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When Girls Gradually Lose Interest in Learning and Achievement – and Boys Care Even Less

A decreasing interest in expanding their own skill sets is evident in all students between grades five and nine. In this period, the students also become less inclined to demonstrate competence and cover up incompetencies. Yet, these declines are stronger in boys than in girls, a study reveals. The findings have been published in the journal “Learning and Individual Differences“. The study was conducted by researchers from the German Institute for International Educational Research (Deutsches Institut für Internationale Pädagogische Forschung – DIPF) and the University of Kassel.

“We aim to contribute to a better understanding of the development of achievement motivation of girls and boys“, Désirée Theis from DIPF explains the aim of the study which she conducted together with Professor Dr. Natalie Fischer from the University of Kassel. The researchers investigated how strongly students are committed to pursuing certain achievement goals from grades five to nine. Three categories of such goals can be identified. Mastery goals represent the students‘ interest in expanding their own competencies and their own knowledge. This attitude facilitates particularly deep learning. Performance goals, on the other hand, determine the students‘ motivation to perform well in comparison to their peers (performance-approach goals) respectively their motivation to avoid demonstrating incompetence (performance-avoidance goals). Until now, little is known about the development of these goals in middle school and respective sex differences. The recently published study addresses this gap.

Data were collected from 2005 until 2009 in the context of the longitudinal “Study on the Development of All-day Schools” (StEG) funded by the Federal Ministry of Education and Research and the European Social Fund. Standardised questionnaires were used to assess the students’ achievement goals. The questionnaires were completed by 6,853 students in grades five, seven and nine. Latent growth curve models and latent change score models were used to analyse changes of the achievement goals over this period of time.

The findings demonstrate a significant decline of achievement goals in all students throughout middle school. However, there are significant differences between boys and girls. In grade 5, girls show a higher level of mastery goals. Moreover, there is a stronger decline of these achievement goals over time in boys. Both sexes initially show a similar level of performance goals, and a similar decline is notable by grade 7. At this point, however, scores stabilise for the girls, while boys further lose interest in demonstrating competence and hiding incompetencies. As Désirée Theis summarises: “Our findings suggest that the decline of interest in learning and achievement is stronger in boys than in girls throughout middle school.“

Theis reasons that learning environments do not seem to meet the male students' needs. Other results of StEG show that autonomy and participation in school seem to be more important for boys than for girls. “After grade 7, girls seem to have gotten used to the new learning environment at middle school and pay more attention to their desire to be noticed for mastery by teachers, parents and peers.” Theis points out that the findings might serve to explain why girls do better than boys in middle school in Germany. Several studies have, for example, provided evidence for the high positive correlation between mastery goals and academic achievement. Further analyses are, however, needed to draw concrete conclusions, e.g. based on a differentiation of achievement goals in different subject areas such as reading and mathematics. It would then be important to investigate the correlation with instructional variables, to find out how boys and girls might be motivated in the long run.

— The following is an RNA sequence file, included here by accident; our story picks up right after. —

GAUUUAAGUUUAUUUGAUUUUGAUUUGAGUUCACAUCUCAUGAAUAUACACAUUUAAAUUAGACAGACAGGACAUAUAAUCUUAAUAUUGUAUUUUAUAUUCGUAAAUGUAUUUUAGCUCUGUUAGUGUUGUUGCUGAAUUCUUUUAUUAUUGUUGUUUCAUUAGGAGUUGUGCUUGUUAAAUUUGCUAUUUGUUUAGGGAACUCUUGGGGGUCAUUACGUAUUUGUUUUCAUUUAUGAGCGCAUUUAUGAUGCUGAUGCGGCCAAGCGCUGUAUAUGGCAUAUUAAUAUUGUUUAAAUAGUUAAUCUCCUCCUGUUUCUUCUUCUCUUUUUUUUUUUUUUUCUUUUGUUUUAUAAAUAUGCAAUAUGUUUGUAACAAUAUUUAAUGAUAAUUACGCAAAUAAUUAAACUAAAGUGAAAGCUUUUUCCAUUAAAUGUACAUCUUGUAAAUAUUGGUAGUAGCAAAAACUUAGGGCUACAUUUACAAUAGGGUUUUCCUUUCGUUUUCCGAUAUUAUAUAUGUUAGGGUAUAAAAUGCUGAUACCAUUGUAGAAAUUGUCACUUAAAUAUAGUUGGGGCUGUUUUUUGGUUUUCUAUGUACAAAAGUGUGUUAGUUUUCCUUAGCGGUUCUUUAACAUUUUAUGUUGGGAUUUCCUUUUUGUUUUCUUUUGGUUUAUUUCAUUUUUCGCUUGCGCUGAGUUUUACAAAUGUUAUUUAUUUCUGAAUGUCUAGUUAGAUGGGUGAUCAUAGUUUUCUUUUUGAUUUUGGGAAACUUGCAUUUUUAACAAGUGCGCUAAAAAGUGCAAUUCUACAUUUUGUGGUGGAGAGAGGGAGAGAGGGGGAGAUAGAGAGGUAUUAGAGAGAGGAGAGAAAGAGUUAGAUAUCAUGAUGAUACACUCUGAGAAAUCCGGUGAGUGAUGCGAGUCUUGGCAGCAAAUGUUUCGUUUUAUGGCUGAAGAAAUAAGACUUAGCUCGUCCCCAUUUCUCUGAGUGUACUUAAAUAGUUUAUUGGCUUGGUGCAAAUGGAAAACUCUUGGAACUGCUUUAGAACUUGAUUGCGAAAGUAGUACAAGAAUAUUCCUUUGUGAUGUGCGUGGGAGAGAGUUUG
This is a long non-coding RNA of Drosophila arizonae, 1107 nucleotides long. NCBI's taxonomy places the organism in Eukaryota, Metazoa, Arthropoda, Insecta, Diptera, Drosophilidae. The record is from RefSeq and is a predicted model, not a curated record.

Original publication:
Theis, D. & Fischer, N. (2017). Sex differences in the development of achievement goals in middle school. Learning and Individual Differences,(57), 170-177. DOI: http://dx.doi.org/10.1016/j.lindif.2017.05.006


Study: Désirée Theis, DIPF, 49 (0)69 24708-109,
Press: Philip Stirm, DIPF, +49 (0)69 24708-123, , www.dipf.de/en/

About DIPF:

The German Institute for International Educational Research (DIPF) based in Frankfurt am Main and Berlin delivers empirical educational research, digital infrastructure and targeted knowledge transfer, thus contributing to coping with challenges in education. Knowledge for education is processed and documented by the Leibniz Institute to support science, politics and practice in education – to the benefit of society.

About the University of Kassel:

The University of Kassel has ca. 25,000 students and an exceptionally broad profile spanning the competence areas of nature, technology, culture, and society. Around one fifth of the student population are enroled in teacher education courses. Besides offering a high number of training workshops, the University demonstrates particular strength in teacher education owing to a close linkage with educational research, a focal research domain in Kassel.

last modified Oct 11, 2017